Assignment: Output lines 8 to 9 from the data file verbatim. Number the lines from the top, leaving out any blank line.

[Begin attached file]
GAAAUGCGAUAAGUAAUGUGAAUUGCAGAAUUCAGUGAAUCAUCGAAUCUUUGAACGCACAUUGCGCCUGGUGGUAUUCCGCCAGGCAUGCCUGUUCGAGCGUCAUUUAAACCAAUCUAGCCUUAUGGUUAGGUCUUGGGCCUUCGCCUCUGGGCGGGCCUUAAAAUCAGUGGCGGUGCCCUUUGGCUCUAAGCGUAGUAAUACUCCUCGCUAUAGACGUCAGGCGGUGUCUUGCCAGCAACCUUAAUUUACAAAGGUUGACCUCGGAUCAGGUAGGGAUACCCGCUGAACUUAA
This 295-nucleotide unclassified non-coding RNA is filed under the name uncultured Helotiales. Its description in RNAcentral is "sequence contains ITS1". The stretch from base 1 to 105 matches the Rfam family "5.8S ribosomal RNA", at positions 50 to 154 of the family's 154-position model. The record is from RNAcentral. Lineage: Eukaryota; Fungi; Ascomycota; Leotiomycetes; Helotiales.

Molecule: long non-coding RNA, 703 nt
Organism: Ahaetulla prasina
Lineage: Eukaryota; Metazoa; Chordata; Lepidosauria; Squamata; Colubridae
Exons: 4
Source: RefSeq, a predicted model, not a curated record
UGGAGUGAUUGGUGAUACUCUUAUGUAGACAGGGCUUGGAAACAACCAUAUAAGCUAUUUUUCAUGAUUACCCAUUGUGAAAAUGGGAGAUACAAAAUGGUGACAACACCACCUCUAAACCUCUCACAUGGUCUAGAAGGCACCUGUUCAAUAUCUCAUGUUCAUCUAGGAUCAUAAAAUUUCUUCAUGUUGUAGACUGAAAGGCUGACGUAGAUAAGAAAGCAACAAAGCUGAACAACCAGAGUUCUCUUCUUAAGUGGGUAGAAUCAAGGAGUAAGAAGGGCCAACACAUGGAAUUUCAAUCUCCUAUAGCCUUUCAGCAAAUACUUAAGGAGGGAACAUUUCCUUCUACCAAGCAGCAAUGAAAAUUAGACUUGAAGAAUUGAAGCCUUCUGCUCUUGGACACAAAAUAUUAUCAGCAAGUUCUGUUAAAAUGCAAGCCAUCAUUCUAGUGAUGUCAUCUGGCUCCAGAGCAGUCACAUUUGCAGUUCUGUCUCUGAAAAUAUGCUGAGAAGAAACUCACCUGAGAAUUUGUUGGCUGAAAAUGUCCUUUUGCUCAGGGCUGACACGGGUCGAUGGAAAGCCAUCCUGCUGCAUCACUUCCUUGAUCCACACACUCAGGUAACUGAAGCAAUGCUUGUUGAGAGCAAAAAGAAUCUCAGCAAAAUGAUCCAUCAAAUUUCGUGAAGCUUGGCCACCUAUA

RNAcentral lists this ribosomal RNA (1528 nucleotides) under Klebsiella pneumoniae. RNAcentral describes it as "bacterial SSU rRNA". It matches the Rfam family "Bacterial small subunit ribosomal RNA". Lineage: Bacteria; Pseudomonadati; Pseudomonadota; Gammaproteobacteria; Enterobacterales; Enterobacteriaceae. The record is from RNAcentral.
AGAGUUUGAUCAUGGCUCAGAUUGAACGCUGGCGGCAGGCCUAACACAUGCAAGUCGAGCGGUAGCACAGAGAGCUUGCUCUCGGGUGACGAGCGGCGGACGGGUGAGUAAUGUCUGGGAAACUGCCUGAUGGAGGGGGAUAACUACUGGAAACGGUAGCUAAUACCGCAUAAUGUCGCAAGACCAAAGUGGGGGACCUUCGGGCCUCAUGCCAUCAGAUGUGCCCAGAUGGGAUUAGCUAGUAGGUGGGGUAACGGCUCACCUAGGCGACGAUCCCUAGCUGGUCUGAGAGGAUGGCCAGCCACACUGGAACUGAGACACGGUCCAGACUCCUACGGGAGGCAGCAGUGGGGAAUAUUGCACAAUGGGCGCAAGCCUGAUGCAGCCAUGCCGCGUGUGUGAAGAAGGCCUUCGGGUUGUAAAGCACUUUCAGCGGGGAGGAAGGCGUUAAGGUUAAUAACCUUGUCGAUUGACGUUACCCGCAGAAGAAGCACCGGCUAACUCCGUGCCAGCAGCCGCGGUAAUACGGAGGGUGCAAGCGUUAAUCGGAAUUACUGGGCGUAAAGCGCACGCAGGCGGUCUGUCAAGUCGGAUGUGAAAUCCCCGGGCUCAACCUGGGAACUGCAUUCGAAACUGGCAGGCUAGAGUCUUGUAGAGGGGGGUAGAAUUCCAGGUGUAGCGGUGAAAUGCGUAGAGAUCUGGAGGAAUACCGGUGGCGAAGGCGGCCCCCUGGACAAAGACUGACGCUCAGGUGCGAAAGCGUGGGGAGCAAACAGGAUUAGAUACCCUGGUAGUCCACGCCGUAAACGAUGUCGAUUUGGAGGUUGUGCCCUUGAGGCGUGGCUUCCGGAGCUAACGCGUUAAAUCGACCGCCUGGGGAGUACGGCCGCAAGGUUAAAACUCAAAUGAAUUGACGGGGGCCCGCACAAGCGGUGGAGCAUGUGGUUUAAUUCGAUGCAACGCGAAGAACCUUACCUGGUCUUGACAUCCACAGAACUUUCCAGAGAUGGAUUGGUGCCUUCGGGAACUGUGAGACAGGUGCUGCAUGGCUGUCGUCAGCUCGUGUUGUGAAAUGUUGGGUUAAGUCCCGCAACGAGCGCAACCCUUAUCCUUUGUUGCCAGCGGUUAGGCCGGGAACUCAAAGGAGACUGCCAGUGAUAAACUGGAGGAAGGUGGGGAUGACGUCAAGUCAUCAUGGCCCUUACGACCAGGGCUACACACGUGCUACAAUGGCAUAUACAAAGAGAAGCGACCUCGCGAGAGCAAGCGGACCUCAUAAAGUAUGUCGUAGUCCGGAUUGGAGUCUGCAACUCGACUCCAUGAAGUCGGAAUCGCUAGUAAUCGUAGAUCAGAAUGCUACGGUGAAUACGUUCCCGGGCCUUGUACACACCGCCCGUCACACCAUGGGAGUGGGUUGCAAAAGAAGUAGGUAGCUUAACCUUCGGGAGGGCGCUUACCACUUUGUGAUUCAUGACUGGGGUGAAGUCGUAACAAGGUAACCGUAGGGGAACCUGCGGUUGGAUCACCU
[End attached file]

UGGAGUGAUUGGUGAUACUCUUAUGUAGACAGGGCUUGGAAACAACCAUAUAAGCUAUUUUUCAUGAUUACCCAUUGUGAAAAUGGGAGAUACAAAAUGGUGACAACACCACCUCUAAACCUCUCACAUGGUCUAGAAGGCACCUGUUCAAUAUCUCAUGUUCAUCUAGGAUCAUAAAAUUUCUUCAUGUUGUAGACUGAAAGGCUGACGUAGAUAAGAAAGCAACAAAGCUGAACAACCAGAGUUCUCUUCUUAAGUGGGUAGAAUCAAGGAGUAAGAAGGGCCAACACAUGGAAUUUCAAUCUCCUAUAGCCUUUCAGCAAAUACUUAAGGAGGGAACAUUUCCUUCUACCAAGCAGCAAUGAAAAUUAGACUUGAAGAAUUGAAGCCUUCUGCUCUUGGACACAAAAUAUUAUCAGCAAGUUCUGUUAAAAUGCAAGCCAUCAUUCUAGUGAUGUCAUCUGGCUCCAGAGCAGUCACAUUUGCAGUUCUGUCUCUGAAAAUAUGCUGAGAAGAAACUCACCUGAGAAUUUGUUGGCUGAAAAUGUCCUUUUGCUCAGGGCUGACACGGGUCGAUGGAAAGCCAUCCUGCUGCAUCACUUCCUUGAUCCACACACUCAGGUAACUGAAGCAAUGCUUGUUGAGAGCAAAAAGAAUCUCAGCAAAAUGAUCCAUCAAAUUUCGUGAAGCUUGGCCACCUAUA

RNAcentral lists this ribosomal RNA (1528 nucleotides) under Klebsiella pneumoniae. RNAcentral describes it as "bacterial SSU rRNA". It matches the Rfam family "Bacterial small subunit ribosomal RNA". Lineage: Bacteria; Pseudomonadati; Pseudomonadota; Gammaproteobacteria; Enterobacterales; Enterobacteriaceae. The record is from RNAcentral.